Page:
Lessons from (almost) a year of design leadership

Laura McGuigan
Dec 16, 2014 · 5 min read

This is a recap of my first year as a manager and design leader at TrackMaven — hope you’ll find it helpful. Let me know on Twitter at @grafxnerd.


Last year I wrote a blog post summarizing the lessons I had learned over the course of my first year working on design at a TrackMaven. At the beginning of last year, I was promoted to VP, Design and proceeded to build my team. In that time, I have hired 3 full time team-members (marketing design, product design and front-end dev) who work on our brand and marketing, as well as our core product. I’ve also worked closely with other executives at TrackMaven to prioritize opportunities and help the company understand the value of design. As a result, I wanted to take a moment to recap some of the lessons I’ve learned in being a manager and design leader — though this is hardly all of them.

You never stop learning

Over the last year, I’ve realized just how much of a sponge I have become. Whether it’s how to have great 1 on 1's, showing others they can have the creative confidence to push their ideas (even if they aren’t on the “creative” teams), knowing what “bad” words to avoid when talking to your team (alternatively, what “power” words exist to influence and inspire) or learning interviewing techniques that actually work (turns out, grabbing beers doesn’t tell me anything, but design challenges and white-boarding exercises are really helpful — controversial, I know).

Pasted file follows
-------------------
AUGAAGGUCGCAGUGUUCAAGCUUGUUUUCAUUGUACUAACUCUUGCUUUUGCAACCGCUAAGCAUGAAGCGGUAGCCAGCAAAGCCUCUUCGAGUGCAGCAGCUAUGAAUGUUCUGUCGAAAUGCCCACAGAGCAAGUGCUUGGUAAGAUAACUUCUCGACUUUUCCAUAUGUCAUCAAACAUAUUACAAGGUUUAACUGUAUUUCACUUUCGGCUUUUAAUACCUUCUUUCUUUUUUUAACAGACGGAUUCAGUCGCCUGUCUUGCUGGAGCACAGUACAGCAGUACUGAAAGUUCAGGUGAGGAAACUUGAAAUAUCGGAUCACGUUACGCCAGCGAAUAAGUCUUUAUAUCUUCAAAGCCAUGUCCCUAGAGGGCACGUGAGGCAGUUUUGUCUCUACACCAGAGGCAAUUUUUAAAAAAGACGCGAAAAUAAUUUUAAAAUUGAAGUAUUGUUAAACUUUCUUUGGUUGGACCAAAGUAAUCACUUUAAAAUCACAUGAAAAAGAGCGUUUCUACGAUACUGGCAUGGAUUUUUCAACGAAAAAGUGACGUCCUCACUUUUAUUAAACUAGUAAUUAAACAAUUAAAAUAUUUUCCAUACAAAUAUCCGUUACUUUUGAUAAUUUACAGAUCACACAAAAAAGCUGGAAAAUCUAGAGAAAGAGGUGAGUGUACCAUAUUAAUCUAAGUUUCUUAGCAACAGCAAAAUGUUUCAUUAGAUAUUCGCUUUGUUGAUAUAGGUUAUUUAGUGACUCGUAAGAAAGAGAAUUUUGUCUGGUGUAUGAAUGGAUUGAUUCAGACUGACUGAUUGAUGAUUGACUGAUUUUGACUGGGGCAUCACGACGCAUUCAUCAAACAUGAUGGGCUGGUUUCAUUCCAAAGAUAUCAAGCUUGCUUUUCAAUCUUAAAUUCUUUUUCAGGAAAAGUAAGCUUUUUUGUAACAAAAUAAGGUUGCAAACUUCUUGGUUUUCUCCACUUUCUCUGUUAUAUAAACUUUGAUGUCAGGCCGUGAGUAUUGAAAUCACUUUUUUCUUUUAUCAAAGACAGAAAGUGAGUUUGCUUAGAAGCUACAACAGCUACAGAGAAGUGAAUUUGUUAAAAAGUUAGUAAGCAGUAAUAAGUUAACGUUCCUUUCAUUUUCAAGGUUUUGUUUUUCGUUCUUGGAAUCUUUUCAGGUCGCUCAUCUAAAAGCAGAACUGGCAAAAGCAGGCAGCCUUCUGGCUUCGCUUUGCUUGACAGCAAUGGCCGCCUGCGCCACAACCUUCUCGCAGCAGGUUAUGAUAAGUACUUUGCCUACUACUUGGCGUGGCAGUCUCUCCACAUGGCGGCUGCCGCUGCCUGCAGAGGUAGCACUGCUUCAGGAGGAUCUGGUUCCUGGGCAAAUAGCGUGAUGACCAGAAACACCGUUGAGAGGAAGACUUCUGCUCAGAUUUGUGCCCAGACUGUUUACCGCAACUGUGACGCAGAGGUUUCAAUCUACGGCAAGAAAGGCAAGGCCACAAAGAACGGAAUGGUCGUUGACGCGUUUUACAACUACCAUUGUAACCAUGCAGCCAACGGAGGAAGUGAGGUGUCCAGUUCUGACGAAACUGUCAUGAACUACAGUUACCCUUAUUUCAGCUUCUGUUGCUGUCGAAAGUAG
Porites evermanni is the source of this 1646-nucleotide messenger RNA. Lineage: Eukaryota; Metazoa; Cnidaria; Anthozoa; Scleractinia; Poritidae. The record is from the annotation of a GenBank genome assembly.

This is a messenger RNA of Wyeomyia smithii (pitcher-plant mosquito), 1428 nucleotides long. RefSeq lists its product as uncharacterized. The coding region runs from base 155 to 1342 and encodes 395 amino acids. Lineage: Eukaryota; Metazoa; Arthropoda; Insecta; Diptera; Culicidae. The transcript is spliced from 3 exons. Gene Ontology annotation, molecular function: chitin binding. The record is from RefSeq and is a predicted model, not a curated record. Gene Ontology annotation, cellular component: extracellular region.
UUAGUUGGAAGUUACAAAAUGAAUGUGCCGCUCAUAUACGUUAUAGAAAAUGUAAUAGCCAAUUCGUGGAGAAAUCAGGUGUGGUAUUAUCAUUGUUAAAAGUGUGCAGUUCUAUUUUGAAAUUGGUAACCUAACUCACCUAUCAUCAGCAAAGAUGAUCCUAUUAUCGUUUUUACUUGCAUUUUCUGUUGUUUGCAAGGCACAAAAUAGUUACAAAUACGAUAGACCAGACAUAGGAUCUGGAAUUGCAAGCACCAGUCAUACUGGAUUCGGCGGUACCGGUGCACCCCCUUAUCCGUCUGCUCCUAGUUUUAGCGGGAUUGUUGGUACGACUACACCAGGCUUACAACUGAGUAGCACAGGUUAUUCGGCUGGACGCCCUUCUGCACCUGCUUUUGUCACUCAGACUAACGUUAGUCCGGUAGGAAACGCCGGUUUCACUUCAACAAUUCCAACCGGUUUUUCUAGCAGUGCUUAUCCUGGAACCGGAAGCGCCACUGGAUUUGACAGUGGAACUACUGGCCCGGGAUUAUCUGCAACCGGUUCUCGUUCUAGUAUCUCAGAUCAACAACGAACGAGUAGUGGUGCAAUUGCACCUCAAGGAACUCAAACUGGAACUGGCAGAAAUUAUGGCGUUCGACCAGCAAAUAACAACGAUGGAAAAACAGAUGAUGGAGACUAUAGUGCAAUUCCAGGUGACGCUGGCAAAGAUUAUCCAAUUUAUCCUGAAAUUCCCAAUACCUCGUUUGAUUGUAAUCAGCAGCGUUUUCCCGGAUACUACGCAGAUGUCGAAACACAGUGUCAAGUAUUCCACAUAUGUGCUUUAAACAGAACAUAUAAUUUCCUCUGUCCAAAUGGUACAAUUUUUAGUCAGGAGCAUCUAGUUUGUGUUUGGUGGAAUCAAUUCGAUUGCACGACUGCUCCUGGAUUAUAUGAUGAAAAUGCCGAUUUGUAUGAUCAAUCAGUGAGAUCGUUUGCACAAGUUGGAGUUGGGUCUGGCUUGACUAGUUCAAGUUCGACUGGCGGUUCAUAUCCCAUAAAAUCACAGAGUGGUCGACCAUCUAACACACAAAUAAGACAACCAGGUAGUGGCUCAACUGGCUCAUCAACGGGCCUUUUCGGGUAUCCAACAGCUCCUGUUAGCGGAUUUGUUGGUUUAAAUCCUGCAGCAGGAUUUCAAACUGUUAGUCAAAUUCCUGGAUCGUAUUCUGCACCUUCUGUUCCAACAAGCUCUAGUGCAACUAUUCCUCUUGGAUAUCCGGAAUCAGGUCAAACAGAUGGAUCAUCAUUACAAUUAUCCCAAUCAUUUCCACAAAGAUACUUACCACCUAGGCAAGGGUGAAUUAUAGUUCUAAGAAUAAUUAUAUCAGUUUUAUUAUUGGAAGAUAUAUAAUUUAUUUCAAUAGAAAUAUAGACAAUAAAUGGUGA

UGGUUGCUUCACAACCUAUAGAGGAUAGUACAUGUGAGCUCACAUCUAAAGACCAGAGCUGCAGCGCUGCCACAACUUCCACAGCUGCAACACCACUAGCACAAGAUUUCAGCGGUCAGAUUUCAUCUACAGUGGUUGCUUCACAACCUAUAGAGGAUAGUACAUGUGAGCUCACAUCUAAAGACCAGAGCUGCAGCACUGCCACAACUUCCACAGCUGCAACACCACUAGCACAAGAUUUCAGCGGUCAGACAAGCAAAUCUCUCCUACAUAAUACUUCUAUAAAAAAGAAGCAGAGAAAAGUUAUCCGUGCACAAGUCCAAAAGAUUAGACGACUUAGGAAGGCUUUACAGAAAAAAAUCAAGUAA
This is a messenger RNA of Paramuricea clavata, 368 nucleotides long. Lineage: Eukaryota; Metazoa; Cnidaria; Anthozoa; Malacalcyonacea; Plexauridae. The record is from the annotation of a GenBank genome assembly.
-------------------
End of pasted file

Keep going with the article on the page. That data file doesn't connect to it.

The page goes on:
Make yourself available

Drop the headphones once in awhile. Your team needs you for insight, input and direction. If you just assign tasks and disappear, you end up with more work on your hands as you constantly have to course correct your team’s actions rather than just being there for their questions.

This also exists outside of headphones — smile, seem available and in the moment rather than deep in your own thoughts. People will be more likely to engage with you, giving you the opportunity to form a connection that you may not have made otherwise.

But also make yourself unavailable

As your role evolves, you’ll have more and more responsibility coupled with duties you already have to take care of. If you are not wise with your time and learn to say “No”, you’re going to make yourself go grey (probably why I dyed my hair purple). Time management is key to keeping yourself sane, and there are plenty of techniques out there to help you: pomodoro, time-boxing, hell — just shut off the internet.

Lift your team

All three interns on my team have received job offers at startups post-internship. Make it a focus to help your interns in any way you can. Be a mentor, a source of inspiration, or a guiding light. You’ve been in the field for awhile, it’s your chance to form the mold for the future (/sap).

But don’t forget about the rest of your team either. Give credit where credit is due. I often get credit by default because for awhile I was the design team, but I make every effort to ensure proper credit is given so that the company can lift up the original creator.

Manage up